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Discussion Starter #1
What a bummer! Setting up the Christmas Village and my fiber optic train station power supply is DOA.

Its output is: 12V AC, 1A 12VA... it has a little halogen bulb inside that rotates through a color wheel. Very pretty when working. LOL

Here's a pic of the power supply



Anyone know where I can get one?

Power Supply.jpg
 

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What a bummer! Setting up the Christmas Village and my fiber optic train station power supply is DOA.

Its output is: 12V AC, 1A 12VA... it has a little halogen bulb inside that rotates through a color wheel. Very pretty when working. LOL

Here's a pic of the power supply



Anyone know where I can get one?

View attachment 516556
you can repair that one. put it in a vice with the prongs facing down and squeeze it, the ultrasonic weld will fracture and you can open the case. you will find a single strand of wire used as a fuse. replace it and close the case with 5 minute epoxy.
 

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Try the repair first but the one Bob linked to woukd be a good choice if its unrepairable. You can get them for a bit less if you are sure of the output plug size.

Pete
 

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Discussion Starter #5
you can repair that one. put it in a vice with the prongs facing down and squeeze it, the ultrasonic weld will fracture and you can open the case. you will find a single strand of wire used as a fuse. replace it and close the case with 5 minute epoxy.
Where would this strand be? I have opened the case and peeked under the tape for the input and output sides. See attached.

110v.jpg

12v ac.jpg
 

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no idea on that transformer but now thats it open check your input and output voltage you will find the problem. if the secondary is open with no output its trash.
 

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This appears to be just a simple 10:1 transformer. You can check the windings with an ohmmeter. I would guess reading across the input would be around 800-1000 ohms. The output maybe 8-10 ohms. If one reads infinity usually the break in the winding is close to the terminals withing the first turn.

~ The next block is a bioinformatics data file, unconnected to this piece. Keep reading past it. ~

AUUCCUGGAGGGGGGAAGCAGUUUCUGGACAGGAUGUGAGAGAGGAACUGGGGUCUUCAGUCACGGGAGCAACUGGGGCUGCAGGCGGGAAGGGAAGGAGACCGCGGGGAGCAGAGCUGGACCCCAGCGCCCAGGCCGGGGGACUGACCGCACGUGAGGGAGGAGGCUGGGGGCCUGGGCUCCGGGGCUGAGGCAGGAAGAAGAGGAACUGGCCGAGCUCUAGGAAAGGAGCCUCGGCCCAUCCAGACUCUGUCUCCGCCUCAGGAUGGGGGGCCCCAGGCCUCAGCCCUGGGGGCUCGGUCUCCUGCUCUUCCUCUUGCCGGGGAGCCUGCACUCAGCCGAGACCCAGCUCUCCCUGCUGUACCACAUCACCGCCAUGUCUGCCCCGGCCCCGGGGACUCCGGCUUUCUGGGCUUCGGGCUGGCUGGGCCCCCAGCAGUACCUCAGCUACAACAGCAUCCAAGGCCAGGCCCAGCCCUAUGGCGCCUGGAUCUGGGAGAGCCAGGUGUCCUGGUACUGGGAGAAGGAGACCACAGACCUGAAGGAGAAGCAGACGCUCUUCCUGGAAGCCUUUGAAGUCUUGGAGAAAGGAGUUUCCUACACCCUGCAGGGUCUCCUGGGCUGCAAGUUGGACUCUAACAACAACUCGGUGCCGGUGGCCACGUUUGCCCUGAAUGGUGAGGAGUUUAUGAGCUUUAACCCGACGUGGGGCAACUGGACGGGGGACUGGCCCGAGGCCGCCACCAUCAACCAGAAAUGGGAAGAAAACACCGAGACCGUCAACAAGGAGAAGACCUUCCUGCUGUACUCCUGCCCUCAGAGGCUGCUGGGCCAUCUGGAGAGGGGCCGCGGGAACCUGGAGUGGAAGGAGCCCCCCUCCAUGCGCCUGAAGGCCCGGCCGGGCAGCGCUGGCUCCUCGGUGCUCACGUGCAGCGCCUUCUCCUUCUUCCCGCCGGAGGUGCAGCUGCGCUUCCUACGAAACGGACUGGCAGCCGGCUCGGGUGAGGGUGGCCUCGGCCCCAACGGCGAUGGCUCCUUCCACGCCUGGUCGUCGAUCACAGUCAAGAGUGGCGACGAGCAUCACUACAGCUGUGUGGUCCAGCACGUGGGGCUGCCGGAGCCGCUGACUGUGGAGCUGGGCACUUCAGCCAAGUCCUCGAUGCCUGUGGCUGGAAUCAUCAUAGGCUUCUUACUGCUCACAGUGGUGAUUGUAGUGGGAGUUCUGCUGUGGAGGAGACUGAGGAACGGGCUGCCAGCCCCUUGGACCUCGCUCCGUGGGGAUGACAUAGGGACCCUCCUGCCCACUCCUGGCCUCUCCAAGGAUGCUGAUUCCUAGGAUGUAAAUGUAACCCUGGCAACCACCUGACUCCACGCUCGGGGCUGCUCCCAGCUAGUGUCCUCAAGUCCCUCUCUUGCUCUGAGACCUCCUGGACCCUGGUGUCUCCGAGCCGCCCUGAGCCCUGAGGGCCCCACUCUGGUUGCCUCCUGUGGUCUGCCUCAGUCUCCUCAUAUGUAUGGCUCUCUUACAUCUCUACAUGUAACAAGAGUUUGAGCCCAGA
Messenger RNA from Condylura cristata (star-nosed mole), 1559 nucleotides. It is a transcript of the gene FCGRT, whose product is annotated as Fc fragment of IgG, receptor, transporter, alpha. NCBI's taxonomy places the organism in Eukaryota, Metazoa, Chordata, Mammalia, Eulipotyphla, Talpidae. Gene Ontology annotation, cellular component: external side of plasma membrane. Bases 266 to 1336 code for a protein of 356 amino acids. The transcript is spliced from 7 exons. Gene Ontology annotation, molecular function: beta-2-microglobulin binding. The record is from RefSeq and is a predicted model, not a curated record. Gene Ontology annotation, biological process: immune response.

Pete
 

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This appears to be just a simple 10:1 transformer. You can check the windings with an ohmmeter. I would guess reading across the input would be around 800-1000 ohms. The output maybe 8-10 ohms. If one reads infinity usually the break in the winding is close to the terminals withing the first turn.

Pete
The output reads around 10 ohms (it was jumping around a bit) and the input reads open. grrrr
 

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Discussion Starter #9
no idea on that transformer but now thats it open check your input and output voltage you will find the problem. if the secondary is open with no output its trash.
Input Vac = 115v
Output Vac = 0v

Boat anchor.
 

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Good catch Mike. I was only looking at the label and missed the polarity symbol on the plug.

Pete
 

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There's a bunch of them on Amazon and I would guess there are many other sources. Here's one with various barrel plugs so there is sure to be one that fits your needs.

https://www.amazon.com/ZOZO-Regulat...+power+wall+wart+12v+1a&qid=1575150307&sr=8-3
That wall wart, like 99.9% of all aftermarket ones, puts out 12V DC. You need to insure your accessory will work with DC. For example, if there is a transformer inside the the station, you need AC from the wall wart.
 

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Discussion Starter #14
That wall wart, like 99.9% of all aftermarket ones, puts out 12V DC. You need to insure your accessory will work with DC. For example, if there is a transformer inside the the station, you need AC from the wall wart.
The spec label indicates the output is 12v AC, not DC.

I ordered a 12v AC-AC power supply rated at 1000mA, with a 5.5mm x 2.1mm connector. BTW, this is the OEM supply that came with the station.
 

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The halogen bulb will work with DC. It's the color rotating wheel that has me concerned, the mechanism. If it's driven by heat from the bulb, DC should work fine. If there's a motor that's a concern. Though many small AC motors are universal (AC or DC) as in the pre-post war Lionel trains.

You could try a quick test using your car battery (motor off). Salvage the low voltage cord and plug from the original transformer (you may need it later anyway) and strip the cut ends for a quick test.
 

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For this test, I would use a current limited supply NoT a car battery! :eek:
John, not everyone has the equipment we have so they have to improvise. I should have added a warning like "quick touch to the battery to begin with and gauge the result before connecting for a longer period" or some such advice/warning.
 

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Mike, an unlimited current source, even for an instant, can do a LOT of damage. If you only have a car battery, put a bulb in series with it. Something like a brake light bulb would be ideal, it will serve as a current limiting device. Of course, for 50 cents, you could have a PTC, or even use a low value fuse.
 

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EBay is a good source for power supply wall worts. I pick up a bunch of them for my diecast display cases and they work great. I paid just a few bucks apiece for each of them.
 
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